Thanks for the excellent Issue 400, received this morning, and especially for the celebration of 50 years. I have been a subscriber for (I think) over 80% of that time.
    As well as the regular features and current articles, I particularly enjoyed the five ‘Historic’ pieces, not least that by the late Conrad Russell, whose description of what Blair was up to at the time warn us of the need for vigilance against potentially even more sinister Government power-grabs once the Covid-19 emergency is over.
    Checking my bank account later caused a wry smile – as I discovered that this year’s subscription by standing order was paid yesterday! However I am not seeking a partial refund, so consider it a donation towards any future costs of production in the new format from September. I shall look forward both to reading the pdf version, and to it reaching a new and larger audience. As Roger Cowe wrote in another of the ‘Historic’ articles: “For how can you be a Liberal if you don’t understand what Liberalism is about?”
    Kind regards,
    David Rogers OBE.
    (Former councillor in Brighton, Newhaven, and East Sussex, 1977-2013)

  • David Evans 3rd Apr '20 - 12:22pm

    A sad day for liberalism. The physical arrival of a magazine and the fact is has to be handled acts as a real trigger to read (back page first!); store and refer back to. Online an e-mail reminder arrives and then forgotten. pdfs are printed and then not stapled as a domestic stapler is not up to it, and binned etc.

    Overall, I think Tony and Tony are right. Liberator will almost certainly subside into being another obscure Lib Dem Blog, under read and under utilised, to add to the list like Flock together.

    I don’t know what the trend is with Liberator’s circulation figures, but if finances are the main problem, that can easily be overcome. I would urge the collective to contact all its subscribers to explore options and not just dump the decision on them as a fait accompli.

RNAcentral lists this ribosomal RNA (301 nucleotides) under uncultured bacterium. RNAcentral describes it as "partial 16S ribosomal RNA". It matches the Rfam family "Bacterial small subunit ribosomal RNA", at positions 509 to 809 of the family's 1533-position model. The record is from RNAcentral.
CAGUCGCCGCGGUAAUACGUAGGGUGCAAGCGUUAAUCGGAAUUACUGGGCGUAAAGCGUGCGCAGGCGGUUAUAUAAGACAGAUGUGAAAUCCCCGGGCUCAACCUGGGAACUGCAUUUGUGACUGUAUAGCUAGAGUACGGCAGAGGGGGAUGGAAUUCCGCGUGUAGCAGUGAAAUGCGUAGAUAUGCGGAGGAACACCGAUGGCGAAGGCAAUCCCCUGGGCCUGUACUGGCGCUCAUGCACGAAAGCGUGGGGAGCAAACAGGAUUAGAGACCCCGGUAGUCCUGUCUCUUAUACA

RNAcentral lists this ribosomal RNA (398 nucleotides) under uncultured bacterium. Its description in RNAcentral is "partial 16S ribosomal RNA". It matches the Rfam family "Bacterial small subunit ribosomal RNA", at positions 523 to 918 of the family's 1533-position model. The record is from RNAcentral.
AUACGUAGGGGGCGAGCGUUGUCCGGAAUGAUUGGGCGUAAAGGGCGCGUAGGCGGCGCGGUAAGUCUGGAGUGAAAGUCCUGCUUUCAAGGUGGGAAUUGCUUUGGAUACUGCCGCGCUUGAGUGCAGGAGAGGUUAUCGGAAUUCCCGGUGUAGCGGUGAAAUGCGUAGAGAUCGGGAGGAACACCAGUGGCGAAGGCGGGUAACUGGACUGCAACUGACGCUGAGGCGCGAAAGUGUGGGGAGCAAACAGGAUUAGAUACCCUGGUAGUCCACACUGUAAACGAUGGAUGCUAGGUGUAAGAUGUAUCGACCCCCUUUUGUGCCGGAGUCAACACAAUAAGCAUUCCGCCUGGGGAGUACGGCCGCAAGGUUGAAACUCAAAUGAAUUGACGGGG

• Ruth Bright 3rd Apr '20 - 12:48pm

    Very interesting what David says. I am venturing out about every three days and the joy of buying a physical newspaper in my local shop from an actual person is very great.

    Whatever happens with Liberator there must surely be special thanks to Mark Smulian – at the very heart of its detective work and journalism for 40 years

    Well done Mark with all the best from Ruth Bright/Clark (Liberator Collective 1986-89)

  • Richard Underhill. 3rd Apr '20 - 12:51pm

    David Rogers 3rd Apr ’20 – 11:58am
    Steve Richards has been doing a 3-part series about political parties splitting.
    Liberator might like the latest about the 1906 general election (when the Liberals were already in power after the Conservative government had collapsed). We have often heard what was achieved in Birmingham as clean water was supplied, paid for by the rates.
    As an MP he wanted to beleader againstGladstone but was a committed Imperialist and Liberal Unionist. Steve Richards did not mention seats won by Labour, of which in the NLC we were told of 57 (but not which ones).
    Steve Richards has also covered the Corn Laws, the SDP and the recent defections from Labour that became the Independent Group. I do not recall him being present when Tony Benn spoke at a dinner in the Lloyd George Room, saying, inter alia, that the Liberal Party merged “with the wrong end” of the Labour Party.

  • Mark Smulian 3rd Apr '20 - 2:47pm

    Thanks to everyone for their kind comments about Liberator. As we explained in this issue we decided to go online only in a planned way rather than have this forced on us.
    I’ll admit we did not foresee the possibility of two consecutive conferences (and so two stalls and two glee clubs) being cancelled which – if we still had print and distribution bills to meet – would have put us in a very difficult position.
    There are essentially two motives for this change. The first is that while some people like a physical printed product not enough do. Liberator does not reach as many people as it should and we can’t sell many more subscriptions as the footfall in the obscurely located exhibition halls used at conference is so low.
    It’s also become apparent to us that few under-40s are interested in print – it won’t be long before that is true of under 50s.
    The other reason is that eventually we will want to hand Liberator on and that will be hard if there is still a mountain of tedious admin that goes with maintaining and updating a subscription list, chasing renewals and processing and accounting for a lot of small financial transactions.
    Rest assured Liberator will still come out every two months. but on-line. We’re nor turning into a blog.

  • William Wallace 3rd Apr '20 - 9:09pm

    Mark: Even some of us ‘elderly’ LibDems read more on-line than we used to: it saves adding to the piles of paper around the house, and my new monitor makes things much easier to read. So keep at it – and if it helps to encourage more of the under-40s to read Liberator, that’s ideal.